In the book “Stiff: The Curious Lives of Human Cadavers,”Mary Roach surveys how corpses have been used in research and experimental leading in the past 2000 years, leading to some of the most consequential innovations in medicine. In many cultures and civilizations, death is concealed in mystery and taboo. Yet, many innovations have resulted from the possibility of using dead bodies for research and experiments. The author interviews morticians and attends autopsies to observe the bodies’ dissection process and believes the work “gives recognition to a group of people who, in death, have propelled human innovation forward (9)”. “Cadavers have been there alongside other procedures such as surgeons, making history in their own quiet, sundered way(9)”. Roach as an author, is a participant in the narrative observations through stiff and engages in historical accounts. The author approaches the topic of death in a literal way, temporal than metaphysical, to create a complex story that illustrates the utility of human corpses, continuity of personhood, and the absurdity of death or which are relevant for science religion, and modern society.
The author uses captivating heading and subheadings such as a head is a terrible thing to waste, dead man driving, and out of fire into the compost bin to highlight the necessity of using the dead body for research and innovations. The author is forthright with the matter of fact as she indicates ‘”If you are inclined to donate yourself to science, you should not let images of dissection, or dismemberment put you off (82).” The book emphasizes the significant contribution people have when they are dead. She indicates ‘there are people long forgotten for their contribution while alive but immortalized in the pages of books and journals (10)”. There gets to a point where the bodies do not belong to yourself rather to the well-being of humanity. Roach considers cadavers as having the “superpowers” that are necessary for the betterment of humankind (10).
After reading the book Stiff, I have better understood the donation of body organs necessity. I have enjoyed reading to comprehend how cadavers have been significant in many areas, including anatomy and physiology. The author normalizes the cadaver practice. Most of the readings’ chapters are informative. For Roach, the dead body’s “dignity is all in the packaging” and not a mere application, not a well-considered euphemism (275). While the book is informative, the author’s tongue-in-cheek comment approach to the material makes it challenging to understand her intended audience. Other comments seem designed only to achieve laughs, such as “eat me” in a case of cannibalism in a restaurant in Taiwan.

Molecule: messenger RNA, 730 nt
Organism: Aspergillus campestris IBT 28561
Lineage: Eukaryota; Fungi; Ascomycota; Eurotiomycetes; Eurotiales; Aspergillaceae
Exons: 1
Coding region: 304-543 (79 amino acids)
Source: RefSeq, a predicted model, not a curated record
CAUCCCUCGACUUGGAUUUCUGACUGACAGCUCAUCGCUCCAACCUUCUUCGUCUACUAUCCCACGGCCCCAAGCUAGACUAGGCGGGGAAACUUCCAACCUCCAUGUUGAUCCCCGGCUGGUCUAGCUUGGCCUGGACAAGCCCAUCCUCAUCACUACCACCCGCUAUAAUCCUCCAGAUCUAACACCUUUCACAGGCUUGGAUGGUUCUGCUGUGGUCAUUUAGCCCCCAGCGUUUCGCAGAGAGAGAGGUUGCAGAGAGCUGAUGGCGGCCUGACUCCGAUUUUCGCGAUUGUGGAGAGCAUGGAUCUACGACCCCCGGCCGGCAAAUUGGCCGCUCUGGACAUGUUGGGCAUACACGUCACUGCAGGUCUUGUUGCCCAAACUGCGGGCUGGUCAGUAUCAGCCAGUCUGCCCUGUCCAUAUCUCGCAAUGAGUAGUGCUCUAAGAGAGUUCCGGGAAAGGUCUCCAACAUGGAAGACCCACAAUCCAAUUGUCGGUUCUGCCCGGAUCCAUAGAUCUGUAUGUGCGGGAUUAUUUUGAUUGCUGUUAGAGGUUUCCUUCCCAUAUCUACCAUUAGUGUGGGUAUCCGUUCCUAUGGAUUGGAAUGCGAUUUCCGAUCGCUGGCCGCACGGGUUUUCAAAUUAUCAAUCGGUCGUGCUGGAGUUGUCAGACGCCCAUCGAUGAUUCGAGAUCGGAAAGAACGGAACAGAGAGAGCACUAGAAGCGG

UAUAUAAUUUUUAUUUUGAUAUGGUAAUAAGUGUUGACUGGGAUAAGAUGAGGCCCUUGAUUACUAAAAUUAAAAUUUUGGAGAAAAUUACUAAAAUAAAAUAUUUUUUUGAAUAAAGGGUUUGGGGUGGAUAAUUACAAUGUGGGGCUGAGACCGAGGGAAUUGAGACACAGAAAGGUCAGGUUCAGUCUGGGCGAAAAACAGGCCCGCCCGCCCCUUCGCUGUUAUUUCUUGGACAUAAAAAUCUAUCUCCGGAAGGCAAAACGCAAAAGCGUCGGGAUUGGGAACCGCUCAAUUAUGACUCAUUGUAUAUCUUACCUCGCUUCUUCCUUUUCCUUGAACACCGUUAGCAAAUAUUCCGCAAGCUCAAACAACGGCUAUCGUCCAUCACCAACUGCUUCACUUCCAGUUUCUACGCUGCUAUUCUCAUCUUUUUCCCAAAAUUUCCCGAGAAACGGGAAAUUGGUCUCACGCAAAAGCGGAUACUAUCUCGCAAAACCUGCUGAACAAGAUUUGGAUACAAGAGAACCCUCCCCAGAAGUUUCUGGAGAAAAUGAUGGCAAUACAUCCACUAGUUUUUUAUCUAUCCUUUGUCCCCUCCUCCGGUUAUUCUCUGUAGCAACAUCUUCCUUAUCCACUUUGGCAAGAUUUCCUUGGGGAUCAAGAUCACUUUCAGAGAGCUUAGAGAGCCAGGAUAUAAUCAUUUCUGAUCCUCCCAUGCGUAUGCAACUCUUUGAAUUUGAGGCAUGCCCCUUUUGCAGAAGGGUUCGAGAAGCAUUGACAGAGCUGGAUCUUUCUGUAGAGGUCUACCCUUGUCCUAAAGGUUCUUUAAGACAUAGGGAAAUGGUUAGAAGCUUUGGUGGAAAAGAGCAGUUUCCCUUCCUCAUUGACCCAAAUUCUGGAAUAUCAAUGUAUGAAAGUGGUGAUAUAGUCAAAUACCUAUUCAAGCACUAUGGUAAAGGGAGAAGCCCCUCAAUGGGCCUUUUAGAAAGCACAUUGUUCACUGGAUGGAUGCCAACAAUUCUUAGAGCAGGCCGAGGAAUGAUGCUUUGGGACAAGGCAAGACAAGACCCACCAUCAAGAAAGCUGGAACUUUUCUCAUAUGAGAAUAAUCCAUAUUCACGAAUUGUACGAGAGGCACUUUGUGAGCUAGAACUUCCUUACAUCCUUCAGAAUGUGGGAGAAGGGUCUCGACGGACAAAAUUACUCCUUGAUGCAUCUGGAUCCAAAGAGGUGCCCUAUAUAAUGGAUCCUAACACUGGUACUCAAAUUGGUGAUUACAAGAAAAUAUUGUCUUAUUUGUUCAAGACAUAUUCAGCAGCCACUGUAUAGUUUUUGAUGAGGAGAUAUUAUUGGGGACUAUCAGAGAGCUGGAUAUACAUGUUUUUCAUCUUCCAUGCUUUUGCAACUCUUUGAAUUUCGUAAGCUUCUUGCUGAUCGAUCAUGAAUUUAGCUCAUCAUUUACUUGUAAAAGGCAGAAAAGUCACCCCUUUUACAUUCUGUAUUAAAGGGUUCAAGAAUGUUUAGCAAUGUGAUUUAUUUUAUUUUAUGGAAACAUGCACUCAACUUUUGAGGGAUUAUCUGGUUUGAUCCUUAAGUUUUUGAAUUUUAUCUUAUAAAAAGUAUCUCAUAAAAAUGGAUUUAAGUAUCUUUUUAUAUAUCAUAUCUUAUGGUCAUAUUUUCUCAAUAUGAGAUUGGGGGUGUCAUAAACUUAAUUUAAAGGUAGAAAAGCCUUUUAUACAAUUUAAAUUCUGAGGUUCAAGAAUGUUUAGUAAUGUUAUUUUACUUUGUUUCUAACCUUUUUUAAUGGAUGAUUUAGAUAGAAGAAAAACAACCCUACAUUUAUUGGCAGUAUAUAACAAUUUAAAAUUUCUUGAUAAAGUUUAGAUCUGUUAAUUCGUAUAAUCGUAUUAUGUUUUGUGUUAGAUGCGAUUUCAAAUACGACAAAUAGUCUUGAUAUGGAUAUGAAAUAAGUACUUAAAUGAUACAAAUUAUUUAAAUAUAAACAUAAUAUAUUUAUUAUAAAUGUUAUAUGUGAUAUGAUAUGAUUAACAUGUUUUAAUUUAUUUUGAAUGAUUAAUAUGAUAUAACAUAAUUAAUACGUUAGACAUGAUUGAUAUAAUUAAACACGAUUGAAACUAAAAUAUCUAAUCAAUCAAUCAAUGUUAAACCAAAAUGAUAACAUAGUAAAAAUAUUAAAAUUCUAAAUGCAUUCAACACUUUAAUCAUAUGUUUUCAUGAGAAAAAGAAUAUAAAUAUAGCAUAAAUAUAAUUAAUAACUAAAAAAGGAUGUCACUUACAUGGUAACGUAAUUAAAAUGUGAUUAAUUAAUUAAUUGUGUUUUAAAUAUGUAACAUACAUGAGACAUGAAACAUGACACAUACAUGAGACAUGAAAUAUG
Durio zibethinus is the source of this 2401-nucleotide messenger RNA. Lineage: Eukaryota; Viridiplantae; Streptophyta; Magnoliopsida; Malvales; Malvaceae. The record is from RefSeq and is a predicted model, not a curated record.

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Although disgusted by the idea at first, I was disgusted by the cadaver idea because the author disregards the dignity of human beings. Nonetheless, after a substantial reading, I found the idea to be informative and necessary since using the body for other humans’ survival and longevity is supreme compared to any breach of respect for the dead.
The book is essential for modern medicine. The supernatural capacity of the dead allows humans to use them for experiments, ensuring our survival and longevity in most life aspects. Without using the dead for experiments to comprehend how the world works, disciplines such as physiology and anatomy would have been challenging. The use of cadavers for experiments outweighs any potential breaches of respect for the dead. While some use of the cadaver seems immoral in many aspects, such as car crash tests, it nevertheless helps find ways to avoid such events from reoccurrence (44). Overall, I would recommend the book to others. The book is informative and unusual, and I would recommend it to others, whether one is a scholar, a student, or one who wants to learn new things.
Roach, Mary. Stiff: The curious lives of human cadavers. WW Norton & Company, 2004.